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In operant conditioning, the matching law is a quantitative relationship that holds between the relative rates of response and the relative rates of reinforcement in concurrent schedules of reinforcement. The matching law simply states that there is a correlation between behaviour and the environment.  It applies reliably when non-human subjects are exposed to concurrent variable interval schedules; its applicability in other situations is less clear, depending on the assumptions made and the details of the experimental situation. This law has significantly helped behaviour analysts lawfully relate behaviour to environment and write equations that clearly show how these two covary.
Stated simply, the matching law suggests that an animal's response rate to a scenario will be proportionate to the amount/duration of positive reinforcement delivered.
There are three ideas on how humans and animals maximize reinforcement, molecular maximizing, molar maximizing and melioration.
The matching law was first formulated by R.J. Herrnstein (1961) following an experiment with pigeons on concurrent variable interval schedules. Pigeons were presented with two buttons in a Skinner box, each of which led to varying rates of food reward. The pigeons tended to peck the button that yielded the greater food reward more often than the other button; however, they did so at a rate that was similar to the rate of reward.
If R1 and R2 are the rate of responses on two schedules that yield obtained (as distinct from programmed) rates of reinforcement Rf1 and Rf2, the strict matching law holds that the relative response rate R1 / (R1 + R2) matches, that is, equals, the relative reinforcement rate Rf1 / (Rf1 + Rf2). That is,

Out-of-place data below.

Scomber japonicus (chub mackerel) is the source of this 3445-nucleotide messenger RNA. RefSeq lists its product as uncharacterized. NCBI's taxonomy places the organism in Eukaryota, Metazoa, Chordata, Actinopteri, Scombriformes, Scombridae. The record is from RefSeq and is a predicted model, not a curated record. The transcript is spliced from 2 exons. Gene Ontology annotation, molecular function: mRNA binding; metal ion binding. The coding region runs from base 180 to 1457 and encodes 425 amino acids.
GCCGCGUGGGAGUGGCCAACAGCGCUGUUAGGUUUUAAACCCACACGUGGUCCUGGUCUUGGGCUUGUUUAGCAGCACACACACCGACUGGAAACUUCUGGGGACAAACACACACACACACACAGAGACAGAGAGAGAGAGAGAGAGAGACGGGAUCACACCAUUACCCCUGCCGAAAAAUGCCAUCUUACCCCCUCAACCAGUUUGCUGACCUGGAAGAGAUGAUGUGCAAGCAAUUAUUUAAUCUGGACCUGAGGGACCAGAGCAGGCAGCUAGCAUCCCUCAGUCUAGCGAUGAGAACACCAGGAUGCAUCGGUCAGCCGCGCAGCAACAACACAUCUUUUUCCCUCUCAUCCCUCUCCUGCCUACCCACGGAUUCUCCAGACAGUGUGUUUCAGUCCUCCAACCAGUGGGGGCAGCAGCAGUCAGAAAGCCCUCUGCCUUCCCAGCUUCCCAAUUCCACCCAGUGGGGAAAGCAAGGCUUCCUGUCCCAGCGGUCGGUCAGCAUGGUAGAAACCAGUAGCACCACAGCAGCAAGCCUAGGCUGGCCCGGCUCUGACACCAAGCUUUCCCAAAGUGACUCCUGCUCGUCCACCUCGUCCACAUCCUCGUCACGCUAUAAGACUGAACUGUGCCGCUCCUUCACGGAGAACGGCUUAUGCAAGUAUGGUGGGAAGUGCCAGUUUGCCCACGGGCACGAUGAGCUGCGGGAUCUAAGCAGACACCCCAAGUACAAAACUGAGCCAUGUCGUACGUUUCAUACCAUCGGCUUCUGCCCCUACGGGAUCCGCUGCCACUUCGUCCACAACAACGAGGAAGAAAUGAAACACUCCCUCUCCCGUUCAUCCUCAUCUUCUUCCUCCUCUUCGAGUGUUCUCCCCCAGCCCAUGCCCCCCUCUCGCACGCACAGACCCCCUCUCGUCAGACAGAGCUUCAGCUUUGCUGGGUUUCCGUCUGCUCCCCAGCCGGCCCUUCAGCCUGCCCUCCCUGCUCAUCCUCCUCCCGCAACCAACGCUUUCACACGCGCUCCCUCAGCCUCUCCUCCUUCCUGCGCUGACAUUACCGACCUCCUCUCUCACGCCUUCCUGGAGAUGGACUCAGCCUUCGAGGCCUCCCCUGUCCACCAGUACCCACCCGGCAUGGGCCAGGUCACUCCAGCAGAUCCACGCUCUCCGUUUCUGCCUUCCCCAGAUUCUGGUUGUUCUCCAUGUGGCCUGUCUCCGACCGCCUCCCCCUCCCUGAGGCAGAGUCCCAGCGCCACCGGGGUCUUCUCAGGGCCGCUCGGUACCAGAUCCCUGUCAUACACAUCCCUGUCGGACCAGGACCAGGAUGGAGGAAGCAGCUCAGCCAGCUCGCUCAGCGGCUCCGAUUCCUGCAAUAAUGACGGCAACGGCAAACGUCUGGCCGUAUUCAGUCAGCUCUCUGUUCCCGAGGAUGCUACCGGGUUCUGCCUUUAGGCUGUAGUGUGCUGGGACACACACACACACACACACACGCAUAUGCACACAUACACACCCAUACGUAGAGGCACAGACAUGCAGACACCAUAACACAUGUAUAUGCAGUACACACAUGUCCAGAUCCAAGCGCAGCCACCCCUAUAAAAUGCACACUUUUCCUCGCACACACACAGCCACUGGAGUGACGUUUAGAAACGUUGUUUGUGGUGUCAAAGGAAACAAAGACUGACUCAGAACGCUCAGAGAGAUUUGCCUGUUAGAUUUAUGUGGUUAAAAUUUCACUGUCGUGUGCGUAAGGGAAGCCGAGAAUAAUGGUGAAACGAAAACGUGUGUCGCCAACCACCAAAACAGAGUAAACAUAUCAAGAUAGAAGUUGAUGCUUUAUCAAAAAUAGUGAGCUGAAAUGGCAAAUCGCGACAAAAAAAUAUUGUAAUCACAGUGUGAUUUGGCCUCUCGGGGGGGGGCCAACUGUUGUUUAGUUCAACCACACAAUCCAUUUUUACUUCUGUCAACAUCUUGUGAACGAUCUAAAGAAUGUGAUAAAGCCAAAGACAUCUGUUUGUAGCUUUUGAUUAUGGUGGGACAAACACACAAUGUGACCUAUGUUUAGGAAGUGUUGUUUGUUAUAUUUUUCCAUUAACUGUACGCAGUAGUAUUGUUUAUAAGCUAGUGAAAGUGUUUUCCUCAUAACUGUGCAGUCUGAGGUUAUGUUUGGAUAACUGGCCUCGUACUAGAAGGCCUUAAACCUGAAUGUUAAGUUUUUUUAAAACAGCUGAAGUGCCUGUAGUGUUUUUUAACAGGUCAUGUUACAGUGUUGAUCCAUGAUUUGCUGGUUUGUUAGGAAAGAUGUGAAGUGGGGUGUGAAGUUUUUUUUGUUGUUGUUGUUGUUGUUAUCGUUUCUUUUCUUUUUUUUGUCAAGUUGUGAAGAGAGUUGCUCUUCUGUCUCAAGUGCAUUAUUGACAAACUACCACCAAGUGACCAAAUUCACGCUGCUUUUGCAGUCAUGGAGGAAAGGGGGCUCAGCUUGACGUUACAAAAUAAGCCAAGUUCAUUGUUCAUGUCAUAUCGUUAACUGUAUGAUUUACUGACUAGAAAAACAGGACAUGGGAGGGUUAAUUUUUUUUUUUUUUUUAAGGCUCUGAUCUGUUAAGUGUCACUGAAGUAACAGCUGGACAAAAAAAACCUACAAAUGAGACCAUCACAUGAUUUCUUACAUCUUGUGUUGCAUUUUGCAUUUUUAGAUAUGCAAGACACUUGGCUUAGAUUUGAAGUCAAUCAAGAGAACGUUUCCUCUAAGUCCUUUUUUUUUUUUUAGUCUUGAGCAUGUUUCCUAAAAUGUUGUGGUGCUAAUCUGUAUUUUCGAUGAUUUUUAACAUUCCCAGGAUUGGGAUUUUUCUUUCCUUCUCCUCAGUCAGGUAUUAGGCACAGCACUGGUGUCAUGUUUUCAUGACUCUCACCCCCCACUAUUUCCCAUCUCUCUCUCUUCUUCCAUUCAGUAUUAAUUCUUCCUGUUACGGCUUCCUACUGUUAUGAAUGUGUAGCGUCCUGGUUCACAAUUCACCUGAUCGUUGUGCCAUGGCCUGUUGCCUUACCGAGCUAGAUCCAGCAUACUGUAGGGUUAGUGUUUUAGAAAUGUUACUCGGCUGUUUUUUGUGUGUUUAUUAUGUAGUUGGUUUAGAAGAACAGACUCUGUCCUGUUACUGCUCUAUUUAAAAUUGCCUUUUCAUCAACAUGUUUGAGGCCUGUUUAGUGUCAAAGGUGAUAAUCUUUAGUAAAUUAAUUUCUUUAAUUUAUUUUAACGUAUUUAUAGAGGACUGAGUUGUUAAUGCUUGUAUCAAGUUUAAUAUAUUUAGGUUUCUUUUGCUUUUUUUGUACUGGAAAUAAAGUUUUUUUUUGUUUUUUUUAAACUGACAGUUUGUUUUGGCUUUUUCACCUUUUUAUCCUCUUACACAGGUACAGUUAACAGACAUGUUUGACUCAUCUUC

This relationship can also be stated in terms of response and reinforcement ratios:
Subsequent research has shown that data normally depart from strict matching, but are fitted to a very good approximation by a power function generalization of the strict matching (Baum, 1974),
This is more conveniently expressed in logarithmic form
The constants b and s are referred to as "bias" and "sensitivity" respectively. This generalized matching law accounts for high proportions of the variance in most experiments on concurrent variable interval schedules in non-humans. Values of b depend on details of the experiment set up, but values of s are consistently found to be around 0.8, whereas the value required for strict matching would be 1.0.
The matching law is theoretically important for two reasons. First, it offers a simple quantification of behavior which is capable of extension to a number of other situations. Secondly, it appears to offer a lawful, predictive account of choice; as Herrnstein (1970) expressed it, under an operant analysis, choice is nothing but behavior set into the context of other behavior. It thus challenges any idea of free will, in exactly the way B.F. Skinner had argued that the experimental analysis of behavior should, in his book Beyond Freedom and Dignity. However this challenge is only serious if the scope of the matching law can be extended from pigeons to humans. When human participants perform under concurrent schedules of reinforcement, matching has been observed in some experiments, but wide deviations from matching have been found in others. The matching law has generated a great deal of research, much of it presented to the Society for Quantitative Analysis of Behavior.
Although Herrstein was the pioneer in this area, a recent review by McDowell reveals that unlike the generalized matching equation, Herrnstein's original equation fails to accurately describes concurrent-schedule data under a substantial range of conditions. Therefore, the generalized matching equation is a much powerful descriptive tool widely used by behaviour analysts.
The matching law greatly expands psychologists' and behavior analysts' understanding of natural phenomena such as development and developmental psychopathology. Response matching has implications for developmental psychopathology research. James Snyder and colleague has found that response matching predicts the use of conflict tactics by children and parents during conflict bouts. This matching rate predicts future arrests. Even children's use of deviant talk appears to follow a matching pattern.
As revealed in a recent and comprehensive review by McDowell (2005), it is clear that whereas the generalized matching equation accurately describes concurrent-schedule data under a substantial range of conditions, Herrnstein's original equation fails to do so.
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